Oil stuck near $45 a barrel as investors weighed conflicting data about the economy in China, the world’s second-biggest user, while a measure of price volatility cooled to a six-week low.
Futures in New York advanced as much as 1.2 percent after closing down 0.8 percent Thursday. Data this week showed China’s industrial-company profits fell by the most in a least four years while two measures of its factory output beat expectations. The Chicago Board Options Exchange Crude Oil Volatilite Index closed at 44.61 on Thursday, the lowest since Aug. 20.
Oil has plunged more than 25 percent from this year’s closing peak in June amid speculation a global glut that drove prices to a six-year low will be prolonged. U.S. crude stockpiles are about 100 million barrels above the five-year seasonal average for this time of year while OPEC has produced above its output target for 16 months.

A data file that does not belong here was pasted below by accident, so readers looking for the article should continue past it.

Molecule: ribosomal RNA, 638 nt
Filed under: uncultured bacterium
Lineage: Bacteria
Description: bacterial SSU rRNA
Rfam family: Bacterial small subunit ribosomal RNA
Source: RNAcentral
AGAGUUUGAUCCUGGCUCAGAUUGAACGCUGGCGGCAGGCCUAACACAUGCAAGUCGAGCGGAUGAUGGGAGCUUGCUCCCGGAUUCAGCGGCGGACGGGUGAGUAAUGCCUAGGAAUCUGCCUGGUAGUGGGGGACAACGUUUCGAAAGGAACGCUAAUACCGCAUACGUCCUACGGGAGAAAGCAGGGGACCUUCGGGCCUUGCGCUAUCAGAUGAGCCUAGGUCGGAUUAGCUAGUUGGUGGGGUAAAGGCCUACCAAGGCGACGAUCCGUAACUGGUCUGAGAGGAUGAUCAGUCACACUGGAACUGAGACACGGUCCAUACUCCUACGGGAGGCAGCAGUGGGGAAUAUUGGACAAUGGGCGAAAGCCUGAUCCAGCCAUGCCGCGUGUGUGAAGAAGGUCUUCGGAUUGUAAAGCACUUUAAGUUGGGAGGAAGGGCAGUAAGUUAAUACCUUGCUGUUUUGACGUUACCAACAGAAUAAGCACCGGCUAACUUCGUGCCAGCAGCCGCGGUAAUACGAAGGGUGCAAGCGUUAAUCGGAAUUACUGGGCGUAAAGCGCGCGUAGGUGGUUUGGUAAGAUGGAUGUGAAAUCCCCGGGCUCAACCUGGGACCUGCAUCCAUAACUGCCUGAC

West Texas Intermediate for November delivery gained as much as 53 cents to $45.27 a barrel on the New York Mercantile Exchange, and was at $45.26 at 9:21 a.m. Seoul time. The contract fell 35 cents to $44.74 Thursday. The volume of all futures traded was about 64 percent below the 100-day average. Prices are down 15 percent this year.
Brent for November settlement added 43 cents, or 0.9 percent, to $48.12 a barrel on the London-based ICE Futures Europe exchange. The European benchmark crude traded at a premium of $2.89 to WTI.